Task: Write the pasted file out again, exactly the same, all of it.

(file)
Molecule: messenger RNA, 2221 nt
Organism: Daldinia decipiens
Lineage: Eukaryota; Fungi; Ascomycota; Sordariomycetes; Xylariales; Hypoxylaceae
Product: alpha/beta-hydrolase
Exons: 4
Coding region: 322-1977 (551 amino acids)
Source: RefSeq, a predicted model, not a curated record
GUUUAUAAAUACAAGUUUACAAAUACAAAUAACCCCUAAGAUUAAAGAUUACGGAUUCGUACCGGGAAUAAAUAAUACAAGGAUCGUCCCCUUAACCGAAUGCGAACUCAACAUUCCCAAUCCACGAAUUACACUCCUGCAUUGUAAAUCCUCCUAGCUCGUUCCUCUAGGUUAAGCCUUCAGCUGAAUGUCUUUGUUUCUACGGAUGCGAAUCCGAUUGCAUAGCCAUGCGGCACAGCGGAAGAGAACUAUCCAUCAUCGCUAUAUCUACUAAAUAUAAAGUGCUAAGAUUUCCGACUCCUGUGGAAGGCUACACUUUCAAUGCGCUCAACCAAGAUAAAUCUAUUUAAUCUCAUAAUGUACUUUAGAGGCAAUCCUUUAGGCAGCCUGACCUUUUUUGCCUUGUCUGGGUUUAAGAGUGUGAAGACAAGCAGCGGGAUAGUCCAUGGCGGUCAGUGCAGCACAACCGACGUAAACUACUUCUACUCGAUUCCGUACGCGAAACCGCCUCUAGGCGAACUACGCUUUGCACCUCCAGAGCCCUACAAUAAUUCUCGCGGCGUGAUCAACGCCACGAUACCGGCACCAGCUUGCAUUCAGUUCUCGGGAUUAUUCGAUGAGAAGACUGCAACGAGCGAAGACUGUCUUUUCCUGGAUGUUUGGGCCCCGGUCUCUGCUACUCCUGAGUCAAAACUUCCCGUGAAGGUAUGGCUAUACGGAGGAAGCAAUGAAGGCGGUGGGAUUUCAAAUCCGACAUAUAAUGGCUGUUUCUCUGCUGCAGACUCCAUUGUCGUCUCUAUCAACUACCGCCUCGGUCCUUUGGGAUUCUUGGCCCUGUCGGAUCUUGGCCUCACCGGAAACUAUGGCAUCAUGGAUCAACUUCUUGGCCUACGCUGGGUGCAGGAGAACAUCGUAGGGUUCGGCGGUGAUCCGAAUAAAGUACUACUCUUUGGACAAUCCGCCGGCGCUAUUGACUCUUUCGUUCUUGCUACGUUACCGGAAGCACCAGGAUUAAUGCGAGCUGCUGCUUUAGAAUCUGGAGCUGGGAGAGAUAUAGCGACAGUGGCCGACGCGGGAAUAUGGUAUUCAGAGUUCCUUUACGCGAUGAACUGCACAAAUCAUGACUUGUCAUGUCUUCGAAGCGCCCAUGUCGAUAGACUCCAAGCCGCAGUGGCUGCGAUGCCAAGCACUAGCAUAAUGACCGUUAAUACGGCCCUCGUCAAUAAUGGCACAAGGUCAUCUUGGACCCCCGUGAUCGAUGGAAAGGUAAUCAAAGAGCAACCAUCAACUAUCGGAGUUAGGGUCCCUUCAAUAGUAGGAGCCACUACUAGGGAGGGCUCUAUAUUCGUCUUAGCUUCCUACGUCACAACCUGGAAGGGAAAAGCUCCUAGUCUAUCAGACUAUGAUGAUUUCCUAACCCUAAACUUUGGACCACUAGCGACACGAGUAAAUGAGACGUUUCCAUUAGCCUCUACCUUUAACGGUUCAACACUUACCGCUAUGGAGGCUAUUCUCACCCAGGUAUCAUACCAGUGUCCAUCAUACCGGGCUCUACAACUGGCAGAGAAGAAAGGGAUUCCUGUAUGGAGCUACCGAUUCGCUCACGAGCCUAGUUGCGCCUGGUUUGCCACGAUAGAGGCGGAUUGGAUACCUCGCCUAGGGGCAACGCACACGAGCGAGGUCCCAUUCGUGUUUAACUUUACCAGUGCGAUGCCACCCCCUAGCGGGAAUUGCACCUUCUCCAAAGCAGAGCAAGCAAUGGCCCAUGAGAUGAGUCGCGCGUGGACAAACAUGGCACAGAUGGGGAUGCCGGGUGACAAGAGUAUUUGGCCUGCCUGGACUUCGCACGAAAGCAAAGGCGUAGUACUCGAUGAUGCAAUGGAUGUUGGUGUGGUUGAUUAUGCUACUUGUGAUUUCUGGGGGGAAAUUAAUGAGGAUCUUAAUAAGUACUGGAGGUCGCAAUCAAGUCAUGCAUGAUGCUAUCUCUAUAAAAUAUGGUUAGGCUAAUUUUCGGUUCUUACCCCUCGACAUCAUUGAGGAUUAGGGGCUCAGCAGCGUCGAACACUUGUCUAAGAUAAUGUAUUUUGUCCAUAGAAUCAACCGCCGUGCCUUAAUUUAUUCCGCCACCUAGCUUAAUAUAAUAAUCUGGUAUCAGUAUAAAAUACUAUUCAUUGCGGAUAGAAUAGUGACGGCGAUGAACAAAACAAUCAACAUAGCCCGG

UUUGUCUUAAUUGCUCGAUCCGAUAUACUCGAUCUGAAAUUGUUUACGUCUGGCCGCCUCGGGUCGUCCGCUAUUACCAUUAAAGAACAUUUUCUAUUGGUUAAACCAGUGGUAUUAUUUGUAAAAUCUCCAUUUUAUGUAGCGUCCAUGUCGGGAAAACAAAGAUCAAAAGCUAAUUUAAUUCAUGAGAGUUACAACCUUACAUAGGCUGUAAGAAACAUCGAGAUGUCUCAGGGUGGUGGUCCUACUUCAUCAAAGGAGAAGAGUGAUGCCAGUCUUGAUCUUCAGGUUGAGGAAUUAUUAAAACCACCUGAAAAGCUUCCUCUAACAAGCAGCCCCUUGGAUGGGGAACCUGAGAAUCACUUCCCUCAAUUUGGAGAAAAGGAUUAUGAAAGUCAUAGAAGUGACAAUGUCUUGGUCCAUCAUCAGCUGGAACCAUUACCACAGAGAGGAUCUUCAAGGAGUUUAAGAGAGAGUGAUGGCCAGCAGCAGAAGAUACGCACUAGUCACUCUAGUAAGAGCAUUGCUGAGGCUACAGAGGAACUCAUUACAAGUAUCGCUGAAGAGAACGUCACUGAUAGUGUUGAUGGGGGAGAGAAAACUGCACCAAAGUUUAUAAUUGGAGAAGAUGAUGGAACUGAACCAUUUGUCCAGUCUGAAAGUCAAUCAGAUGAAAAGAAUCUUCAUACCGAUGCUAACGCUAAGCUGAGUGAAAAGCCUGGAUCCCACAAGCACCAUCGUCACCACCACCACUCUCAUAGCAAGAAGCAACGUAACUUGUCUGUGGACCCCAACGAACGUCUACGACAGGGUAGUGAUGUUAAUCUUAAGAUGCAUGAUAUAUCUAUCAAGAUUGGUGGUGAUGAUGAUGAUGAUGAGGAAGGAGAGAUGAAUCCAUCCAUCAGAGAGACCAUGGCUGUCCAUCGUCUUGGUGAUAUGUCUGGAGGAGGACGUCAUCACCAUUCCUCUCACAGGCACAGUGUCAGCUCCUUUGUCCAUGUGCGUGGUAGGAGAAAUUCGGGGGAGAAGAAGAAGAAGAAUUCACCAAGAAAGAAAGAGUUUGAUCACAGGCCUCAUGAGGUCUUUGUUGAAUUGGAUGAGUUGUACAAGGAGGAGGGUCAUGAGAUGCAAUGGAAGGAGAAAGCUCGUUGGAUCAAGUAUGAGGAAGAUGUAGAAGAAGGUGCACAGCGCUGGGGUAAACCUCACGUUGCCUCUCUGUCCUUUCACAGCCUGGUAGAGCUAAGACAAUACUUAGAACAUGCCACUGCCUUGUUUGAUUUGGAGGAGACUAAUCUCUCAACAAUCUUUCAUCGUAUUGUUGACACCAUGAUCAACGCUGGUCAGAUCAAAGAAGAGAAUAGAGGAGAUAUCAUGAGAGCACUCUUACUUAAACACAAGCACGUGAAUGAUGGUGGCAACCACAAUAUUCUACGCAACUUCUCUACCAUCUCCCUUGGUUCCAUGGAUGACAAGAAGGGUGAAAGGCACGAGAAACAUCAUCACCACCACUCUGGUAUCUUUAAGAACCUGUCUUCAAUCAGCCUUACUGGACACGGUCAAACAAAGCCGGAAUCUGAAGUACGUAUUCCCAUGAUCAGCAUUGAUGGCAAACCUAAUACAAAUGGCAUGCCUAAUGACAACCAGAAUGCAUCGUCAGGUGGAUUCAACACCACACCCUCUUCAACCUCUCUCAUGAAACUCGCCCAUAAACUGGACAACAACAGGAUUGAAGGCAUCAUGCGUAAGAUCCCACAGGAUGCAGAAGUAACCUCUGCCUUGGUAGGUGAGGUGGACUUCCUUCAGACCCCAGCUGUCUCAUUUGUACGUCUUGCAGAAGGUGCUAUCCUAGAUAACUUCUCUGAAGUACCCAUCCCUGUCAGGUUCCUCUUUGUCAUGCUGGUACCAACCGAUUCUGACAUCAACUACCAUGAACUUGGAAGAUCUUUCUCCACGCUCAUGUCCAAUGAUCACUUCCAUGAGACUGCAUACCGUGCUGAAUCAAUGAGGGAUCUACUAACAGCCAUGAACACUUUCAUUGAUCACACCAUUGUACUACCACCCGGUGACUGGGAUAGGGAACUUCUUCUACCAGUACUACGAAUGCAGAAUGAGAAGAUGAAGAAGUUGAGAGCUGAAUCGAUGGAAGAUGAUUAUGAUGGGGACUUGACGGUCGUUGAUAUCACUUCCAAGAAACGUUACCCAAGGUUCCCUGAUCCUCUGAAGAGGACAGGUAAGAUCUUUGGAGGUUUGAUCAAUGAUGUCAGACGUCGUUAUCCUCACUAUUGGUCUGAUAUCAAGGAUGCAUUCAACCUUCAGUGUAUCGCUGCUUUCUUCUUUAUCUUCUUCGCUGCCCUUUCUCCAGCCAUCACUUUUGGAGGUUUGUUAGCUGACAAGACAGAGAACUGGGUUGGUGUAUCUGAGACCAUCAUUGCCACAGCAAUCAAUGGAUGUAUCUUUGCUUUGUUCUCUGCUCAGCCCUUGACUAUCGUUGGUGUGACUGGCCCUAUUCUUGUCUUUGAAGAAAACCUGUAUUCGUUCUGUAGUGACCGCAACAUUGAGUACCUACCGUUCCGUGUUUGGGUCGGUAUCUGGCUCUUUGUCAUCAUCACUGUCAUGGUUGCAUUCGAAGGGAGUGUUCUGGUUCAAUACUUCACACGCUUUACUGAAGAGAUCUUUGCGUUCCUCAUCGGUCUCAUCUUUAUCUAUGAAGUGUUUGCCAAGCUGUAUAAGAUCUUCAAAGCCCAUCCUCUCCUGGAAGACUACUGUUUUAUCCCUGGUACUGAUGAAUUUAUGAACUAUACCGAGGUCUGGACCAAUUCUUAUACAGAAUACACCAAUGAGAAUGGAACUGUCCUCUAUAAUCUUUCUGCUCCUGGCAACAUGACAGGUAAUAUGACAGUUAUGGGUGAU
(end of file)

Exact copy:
Molecule: messenger RNA, 2221 nt
Organism: Daldinia decipiens
Lineage: Eukaryota; Fungi; Ascomycota; Sordariomycetes; Xylariales; Hypoxylaceae
Product: alpha/beta-hydrolase
Exons: 4
Coding region: 322-1977 (551 amino acids)
Source: RefSeq, a predicted model, not a curated record
GUUUAUAAAUACAAGUUUACAAAUACAAAUAACCCCUAAGAUUAAAGAUUACGGAUUCGUACCGGGAAUAAAUAAUACAAGGAUCGUCCCCUUAACCGAAUGCGAACUCAACAUUCCCAAUCCACGAAUUACACUCCUGCAUUGUAAAUCCUCCUAGCUCGUUCCUCUAGGUUAAGCCUUCAGCUGAAUGUCUUUGUUUCUACGGAUGCGAAUCCGAUUGCAUAGCCAUGCGGCACAGCGGAAGAGAACUAUCCAUCAUCGCUAUAUCUACUAAAUAUAAAGUGCUAAGAUUUCCGACUCCUGUGGAAGGCUACACUUUCAAUGCGCUCAACCAAGAUAAAUCUAUUUAAUCUCAUAAUGUACUUUAGAGGCAAUCCUUUAGGCAGCCUGACCUUUUUUGCCUUGUCUGGGUUUAAGAGUGUGAAGACAAGCAGCGGGAUAGUCCAUGGCGGUCAGUGCAGCACAACCGACGUAAACUACUUCUACUCGAUUCCGUACGCGAAACCGCCUCUAGGCGAACUACGCUUUGCACCUCCAGAGCCCUACAAUAAUUCUCGCGGCGUGAUCAACGCCACGAUACCGGCACCAGCUUGCAUUCAGUUCUCGGGAUUAUUCGAUGAGAAGACUGCAACGAGCGAAGACUGUCUUUUCCUGGAUGUUUGGGCCCCGGUCUCUGCUACUCCUGAGUCAAAACUUCCCGUGAAGGUAUGGCUAUACGGAGGAAGCAAUGAAGGCGGUGGGAUUUCAAAUCCGACAUAUAAUGGCUGUUUCUCUGCUGCAGACUCCAUUGUCGUCUCUAUCAACUACCGCCUCGGUCCUUUGGGAUUCUUGGCCCUGUCGGAUCUUGGCCUCACCGGAAACUAUGGCAUCAUGGAUCAACUUCUUGGCCUACGCUGGGUGCAGGAGAACAUCGUAGGGUUCGGCGGUGAUCCGAAUAAAGUACUACUCUUUGGACAAUCCGCCGGCGCUAUUGACUCUUUCGUUCUUGCUACGUUACCGGAAGCACCAGGAUUAAUGCGAGCUGCUGCUUUAGAAUCUGGAGCUGGGAGAGAUAUAGCGACAGUGGCCGACGCGGGAAUAUGGUAUUCAGAGUUCCUUUACGCGAUGAACUGCACAAAUCAUGACUUGUCAUGUCUUCGAAGCGCCCAUGUCGAUAGACUCCAAGCCGCAGUGGCUGCGAUGCCAAGCACUAGCAUAAUGACCGUUAAUACGGCCCUCGUCAAUAAUGGCACAAGGUCAUCUUGGACCCCCGUGAUCGAUGGAAAGGUAAUCAAAGAGCAACCAUCAACUAUCGGAGUUAGGGUCCCUUCAAUAGUAGGAGCCACUACUAGGGAGGGCUCUAUAUUCGUCUUAGCUUCCUACGUCACAACCUGGAAGGGAAAAGCUCCUAGUCUAUCAGACUAUGAUGAUUUCCUAACCCUAAACUUUGGACCACUAGCGACACGAGUAAAUGAGACGUUUCCAUUAGCCUCUACCUUUAACGGUUCAACACUUACCGCUAUGGAGGCUAUUCUCACCCAGGUAUCAUACCAGUGUCCAUCAUACCGGGCUCUACAACUGGCAGAGAAGAAAGGGAUUCCUGUAUGGAGCUACCGAUUCGCUCACGAGCCUAGUUGCGCCUGGUUUGCCACGAUAGAGGCGGAUUGGAUACCUCGCCUAGGGGCAACGCACACGAGCGAGGUCCCAUUCGUGUUUAACUUUACCAGUGCGAUGCCACCCCCUAGCGGGAAUUGCACCUUCUCCAAAGCAGAGCAAGCAAUGGCCCAUGAGAUGAGUCGCGCGUGGACAAACAUGGCACAGAUGGGGAUGCCGGGUGACAAGAGUAUUUGGCCUGCCUGGACUUCGCACGAAAGCAAAGGCGUAGUACUCGAUGAUGCAAUGGAUGUUGGUGUGGUUGAUUAUGCUACUUGUGAUUUCUGGGGGGAAAUUAAUGAGGAUCUUAAUAAGUACUGGAGGUCGCAAUCAAGUCAUGCAUGAUGCUAUCUCUAUAAAAUAUGGUUAGGCUAAUUUUCGGUUCUUACCCCUCGACAUCAUUGAGGAUUAGGGGCUCAGCAGCGUCGAACACUUGUCUAAGAUAAUGUAUUUUGUCCAUAGAAUCAACCGCCGUGCCUUAAUUUAUUCCGCCACCUAGCUUAAUAUAAUAAUCUGGUAUCAGUAUAAAAUACUAUUCAUUGCGGAUAGAAUAGUGACGGCGAUGAACAAAACAAUCAACAUAGCCCGG

UUUGUCUUAAUUGCUCGAUCCGAUAUACUCGAUCUGAAAUUGUUUACGUCUGGCCGCCUCGGGUCGUCCGCUAUUACCAUUAAAGAACAUUUUCUAUUGGUUAAACCAGUGGUAUUAUUUGUAAAAUCUCCAUUUUAUGUAGCGUCCAUGUCGGGAAAACAAAGAUCAAAAGCUAAUUUAAUUCAUGAGAGUUACAACCUUACAUAGGCUGUAAGAAACAUCGAGAUGUCUCAGGGUGGUGGUCCUACUUCAUCAAAGGAGAAGAGUGAUGCCAGUCUUGAUCUUCAGGUUGAGGAAUUAUUAAAACCACCUGAAAAGCUUCCUCUAACAAGCAGCCCCUUGGAUGGGGAACCUGAGAAUCACUUCCCUCAAUUUGGAGAAAAGGAUUAUGAAAGUCAUAGAAGUGACAAUGUCUUGGUCCAUCAUCAGCUGGAACCAUUACCACAGAGAGGAUCUUCAAGGAGUUUAAGAGAGAGUGAUGGCCAGCAGCAGAAGAUACGCACUAGUCACUCUAGUAAGAGCAUUGCUGAGGCUACAGAGGAACUCAUUACAAGUAUCGCUGAAGAGAACGUCACUGAUAGUGUUGAUGGGGGAGAGAAAACUGCACCAAAGUUUAUAAUUGGAGAAGAUGAUGGAACUGAACCAUUUGUCCAGUCUGAAAGUCAAUCAGAUGAAAAGAAUCUUCAUACCGAUGCUAACGCUAAGCUGAGUGAAAAGCCUGGAUCCCACAAGCACCAUCGUCACCACCACCACUCUCAUAGCAAGAAGCAACGUAACUUGUCUGUGGACCCCAACGAACGUCUACGACAGGGUAGUGAUGUUAAUCUUAAGAUGCAUGAUAUAUCUAUCAAGAUUGGUGGUGAUGAUGAUGAUGAUGAGGAAGGAGAGAUGAAUCCAUCCAUCAGAGAGACCAUGGCUGUCCAUCGUCUUGGUGAUAUGUCUGGAGGAGGACGUCAUCACCAUUCCUCUCACAGGCACAGUGUCAGCUCCUUUGUCCAUGUGCGUGGUAGGAGAAAUUCGGGGGAGAAGAAGAAGAAGAAUUCACCAAGAAAGAAAGAGUUUGAUCACAGGCCUCAUGAGGUCUUUGUUGAAUUGGAUGAGUUGUACAAGGAGGAGGGUCAUGAGAUGCAAUGGAAGGAGAAAGCUCGUUGGAUCAAGUAUGAGGAAGAUGUAGAAGAAGGUGCACAGCGCUGGGGUAAACCUCACGUUGCCUCUCUGUCCUUUCACAGCCUGGUAGAGCUAAGACAAUACUUAGAACAUGCCACUGCCUUGUUUGAUUUGGAGGAGACUAAUCUCUCAACAAUCUUUCAUCGUAUUGUUGACACCAUGAUCAACGCUGGUCAGAUCAAAGAAGAGAAUAGAGGAGAUAUCAUGAGAGCACUCUUACUUAAACACAAGCACGUGAAUGAUGGUGGCAACCACAAUAUUCUACGCAACUUCUCUACCAUCUCCCUUGGUUCCAUGGAUGACAAGAAGGGUGAAAGGCACGAGAAACAUCAUCACCACCACUCUGGUAUCUUUAAGAACCUGUCUUCAAUCAGCCUUACUGGACACGGUCAAACAAAGCCGGAAUCUGAAGUACGUAUUCCCAUGAUCAGCAUUGAUGGCAAACCUAAUACAAAUGGCAUGCCUAAUGACAACCAGAAUGCAUCGUCAGGUGGAUUCAACACCACACCCUCUUCAACCUCUCUCAUGAAACUCGCCCAUAAACUGGACAACAACAGGAUUGAAGGCAUCAUGCGUAAGAUCCCACAGGAUGCAGAAGUAACCUCUGCCUUGGUAGGUGAGGUGGACUUCCUUCAGACCCCAGCUGUCUCAUUUGUACGUCUUGCAGAAGGUGCUAUCCUAGAUAACUUCUCUGAAGUACCCAUCCCUGUCAGGUUCCUCUUUGUCAUGCUGGUACCAACCGAUUCUGACAUCAACUACCAUGAACUUGGAAGAUCUUUCUCCACGCUCAUGUCCAAUGAUCACUUCCAUGAGACUGCAUACCGUGCUGAAUCAAUGAGGGAUCUACUAACAGCCAUGAACACUUUCAUUGAUCACACCAUUGUACUACCACCCGGUGACUGGGAUAGGGAACUUCUUCUACCAGUACUACGAAUGCAGAAUGAGAAGAUGAAGAAGUUGAGAGCUGAAUCGAUGGAAGAUGAUUAUGAUGGGGACUUGACGGUCGUUGAUAUCACUUCCAAGAAACGUUACCCAAGGUUCCCUGAUCCUCUGAAGAGGACAGGUAAGAUCUUUGGAGGUUUGAUCAAUGAUGUCAGACGUCGUUAUCCUCACUAUUGGUCUGAUAUCAAGGAUGCAUUCAACCUUCAGUGUAUCGCUGCUUUCUUCUUUAUCUUCUUCGCUGCCCUUUCUCCAGCCAUCACUUUUGGAGGUUUGUUAGCUGACAAGACAGAGAACUGGGUUGGUGUAUCUGAGACCAUCAUUGCCACAGCAAUCAAUGGAUGUAUCUUUGCUUUGUUCUCUGCUCAGCCCUUGACUAUCGUUGGUGUGACUGGCCCUAUUCUUGUCUUUGAAGAAAACCUGUAUUCGUUCUGUAGUGACCGCAACAUUGAGUACCUACCGUUCCGUGUUUGGGUCGGUAUCUGGCUCUUUGUCAUCAUCACUGUCAUGGUUGCAUUCGAAGGGAGUGUUCUGGUUCAAUACUUCACACGCUUUACUGAAGAGAUCUUUGCGUUCCUCAUCGGUCUCAUCUUUAUCUAUGAAGUGUUUGCCAAGCUGUAUAAGAUCUUCAAAGCCCAUCCUCUCCUGGAAGACUACUGUUUUAUCCCUGGUACUGAUGAAUUUAUGAACUAUACCGAGGUCUGGACCAAUUCUUAUACAGAAUACACCAAUGAGAAUGGAACUGUCCUCUAUAAUCUUUCUGCUCCUGGCAACAUGACAGGUAAUAUGACAGUUAUGGGUGAU